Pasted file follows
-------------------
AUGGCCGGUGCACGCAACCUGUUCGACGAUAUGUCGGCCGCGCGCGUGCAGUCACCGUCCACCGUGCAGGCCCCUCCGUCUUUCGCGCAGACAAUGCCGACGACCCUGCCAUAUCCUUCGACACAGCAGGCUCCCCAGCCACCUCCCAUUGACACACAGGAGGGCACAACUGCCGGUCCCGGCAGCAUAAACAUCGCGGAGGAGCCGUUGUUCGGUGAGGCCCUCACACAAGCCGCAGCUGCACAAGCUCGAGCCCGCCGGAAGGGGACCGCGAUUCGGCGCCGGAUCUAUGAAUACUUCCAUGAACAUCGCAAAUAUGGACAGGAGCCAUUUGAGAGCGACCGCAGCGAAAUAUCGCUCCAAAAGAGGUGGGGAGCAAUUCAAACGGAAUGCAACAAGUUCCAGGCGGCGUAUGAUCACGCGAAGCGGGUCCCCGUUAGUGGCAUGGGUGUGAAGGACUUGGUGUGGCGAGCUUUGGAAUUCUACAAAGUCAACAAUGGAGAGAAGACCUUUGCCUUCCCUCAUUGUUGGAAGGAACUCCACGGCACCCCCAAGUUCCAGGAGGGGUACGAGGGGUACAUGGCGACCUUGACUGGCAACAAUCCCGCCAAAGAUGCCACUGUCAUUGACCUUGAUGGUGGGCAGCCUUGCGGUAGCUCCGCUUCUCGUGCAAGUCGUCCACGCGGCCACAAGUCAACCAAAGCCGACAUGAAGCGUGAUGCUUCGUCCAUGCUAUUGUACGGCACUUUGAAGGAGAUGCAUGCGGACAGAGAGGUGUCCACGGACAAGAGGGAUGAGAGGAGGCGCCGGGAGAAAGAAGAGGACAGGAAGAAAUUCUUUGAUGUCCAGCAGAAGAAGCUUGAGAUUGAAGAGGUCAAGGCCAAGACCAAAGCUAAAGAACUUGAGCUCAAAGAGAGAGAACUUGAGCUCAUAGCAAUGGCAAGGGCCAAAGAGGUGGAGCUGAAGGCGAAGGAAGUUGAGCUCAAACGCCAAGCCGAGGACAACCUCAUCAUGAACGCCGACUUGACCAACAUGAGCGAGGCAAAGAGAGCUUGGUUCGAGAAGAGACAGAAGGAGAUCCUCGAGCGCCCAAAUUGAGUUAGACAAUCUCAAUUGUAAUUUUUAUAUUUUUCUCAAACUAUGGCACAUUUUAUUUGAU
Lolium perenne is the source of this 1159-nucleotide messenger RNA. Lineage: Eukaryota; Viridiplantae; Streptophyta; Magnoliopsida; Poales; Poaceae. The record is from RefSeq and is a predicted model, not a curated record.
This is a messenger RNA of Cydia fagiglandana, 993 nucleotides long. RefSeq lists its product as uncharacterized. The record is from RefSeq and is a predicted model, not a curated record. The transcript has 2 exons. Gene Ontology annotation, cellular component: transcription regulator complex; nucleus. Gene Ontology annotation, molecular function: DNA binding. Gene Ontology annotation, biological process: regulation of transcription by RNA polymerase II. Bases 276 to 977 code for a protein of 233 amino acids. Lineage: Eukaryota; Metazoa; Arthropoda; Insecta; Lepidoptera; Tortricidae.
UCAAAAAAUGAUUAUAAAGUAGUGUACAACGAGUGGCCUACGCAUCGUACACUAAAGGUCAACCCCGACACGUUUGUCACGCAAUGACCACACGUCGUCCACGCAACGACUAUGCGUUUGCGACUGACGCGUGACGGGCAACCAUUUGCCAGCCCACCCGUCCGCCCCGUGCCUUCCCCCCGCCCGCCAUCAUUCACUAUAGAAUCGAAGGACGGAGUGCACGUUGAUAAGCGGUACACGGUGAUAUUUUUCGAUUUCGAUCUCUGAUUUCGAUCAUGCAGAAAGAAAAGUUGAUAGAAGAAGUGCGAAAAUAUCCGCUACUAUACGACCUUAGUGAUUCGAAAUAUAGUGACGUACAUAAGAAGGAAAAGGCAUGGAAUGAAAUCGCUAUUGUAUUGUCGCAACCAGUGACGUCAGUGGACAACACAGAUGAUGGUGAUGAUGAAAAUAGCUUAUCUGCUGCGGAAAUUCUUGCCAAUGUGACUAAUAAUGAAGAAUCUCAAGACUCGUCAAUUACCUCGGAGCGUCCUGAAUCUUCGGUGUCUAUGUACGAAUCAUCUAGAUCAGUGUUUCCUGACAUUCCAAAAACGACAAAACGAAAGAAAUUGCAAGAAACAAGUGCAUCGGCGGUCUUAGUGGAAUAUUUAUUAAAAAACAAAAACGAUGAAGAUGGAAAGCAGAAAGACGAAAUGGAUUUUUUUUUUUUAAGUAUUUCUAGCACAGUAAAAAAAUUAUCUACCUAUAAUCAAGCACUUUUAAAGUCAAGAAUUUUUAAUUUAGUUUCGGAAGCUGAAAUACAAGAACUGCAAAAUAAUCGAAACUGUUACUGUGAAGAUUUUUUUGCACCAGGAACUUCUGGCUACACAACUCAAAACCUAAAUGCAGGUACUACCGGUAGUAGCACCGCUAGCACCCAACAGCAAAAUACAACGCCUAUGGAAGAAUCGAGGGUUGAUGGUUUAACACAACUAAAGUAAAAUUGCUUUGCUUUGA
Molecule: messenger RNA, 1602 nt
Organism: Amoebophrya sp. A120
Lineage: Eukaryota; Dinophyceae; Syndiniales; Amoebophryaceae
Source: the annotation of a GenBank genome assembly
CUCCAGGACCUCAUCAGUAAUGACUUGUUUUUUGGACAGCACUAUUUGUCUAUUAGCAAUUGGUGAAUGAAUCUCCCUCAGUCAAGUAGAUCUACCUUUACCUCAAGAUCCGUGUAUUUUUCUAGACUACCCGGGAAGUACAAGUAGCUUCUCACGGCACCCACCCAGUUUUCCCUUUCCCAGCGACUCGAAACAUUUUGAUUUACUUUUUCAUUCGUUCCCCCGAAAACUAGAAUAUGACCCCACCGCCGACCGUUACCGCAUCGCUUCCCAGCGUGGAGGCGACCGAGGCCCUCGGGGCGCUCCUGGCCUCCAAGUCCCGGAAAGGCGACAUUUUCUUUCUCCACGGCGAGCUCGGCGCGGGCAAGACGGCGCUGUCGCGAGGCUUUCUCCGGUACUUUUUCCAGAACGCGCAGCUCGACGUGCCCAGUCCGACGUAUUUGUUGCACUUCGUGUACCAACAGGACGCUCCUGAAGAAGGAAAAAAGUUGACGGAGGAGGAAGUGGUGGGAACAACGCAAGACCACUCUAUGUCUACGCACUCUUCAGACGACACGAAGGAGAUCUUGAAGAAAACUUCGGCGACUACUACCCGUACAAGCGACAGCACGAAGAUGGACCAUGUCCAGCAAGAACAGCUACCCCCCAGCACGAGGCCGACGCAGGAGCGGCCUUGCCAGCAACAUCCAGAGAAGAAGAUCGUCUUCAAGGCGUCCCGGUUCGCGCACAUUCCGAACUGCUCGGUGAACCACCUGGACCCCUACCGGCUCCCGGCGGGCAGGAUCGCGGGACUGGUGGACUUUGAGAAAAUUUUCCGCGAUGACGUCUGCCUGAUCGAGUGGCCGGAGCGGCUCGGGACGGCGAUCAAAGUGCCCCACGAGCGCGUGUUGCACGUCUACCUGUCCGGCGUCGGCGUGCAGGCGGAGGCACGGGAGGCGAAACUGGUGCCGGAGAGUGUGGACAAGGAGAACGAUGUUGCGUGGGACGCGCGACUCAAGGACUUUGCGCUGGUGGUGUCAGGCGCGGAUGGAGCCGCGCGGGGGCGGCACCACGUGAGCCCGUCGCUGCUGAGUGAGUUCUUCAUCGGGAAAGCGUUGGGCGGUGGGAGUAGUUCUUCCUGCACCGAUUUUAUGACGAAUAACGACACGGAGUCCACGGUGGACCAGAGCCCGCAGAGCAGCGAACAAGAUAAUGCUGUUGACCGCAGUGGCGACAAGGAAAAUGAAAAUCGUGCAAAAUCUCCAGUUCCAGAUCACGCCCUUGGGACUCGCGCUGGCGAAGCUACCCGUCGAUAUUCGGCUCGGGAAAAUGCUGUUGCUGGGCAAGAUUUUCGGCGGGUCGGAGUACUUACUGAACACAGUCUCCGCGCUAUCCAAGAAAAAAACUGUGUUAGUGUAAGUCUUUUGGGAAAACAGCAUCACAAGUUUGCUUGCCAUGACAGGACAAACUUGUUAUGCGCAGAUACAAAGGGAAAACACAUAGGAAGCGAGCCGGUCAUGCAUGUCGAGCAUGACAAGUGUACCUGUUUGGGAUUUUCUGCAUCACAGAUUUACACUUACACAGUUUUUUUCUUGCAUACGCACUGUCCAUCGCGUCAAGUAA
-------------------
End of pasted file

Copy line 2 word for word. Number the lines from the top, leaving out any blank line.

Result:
Lolium perenne is the source of this 1159-nucleotide messenger RNA. Lineage: Eukaryota; Viridiplantae; Streptophyta; Magnoliopsida; Poales; Poaceae. The record is from RefSeq and is a predicted model, not a curated record.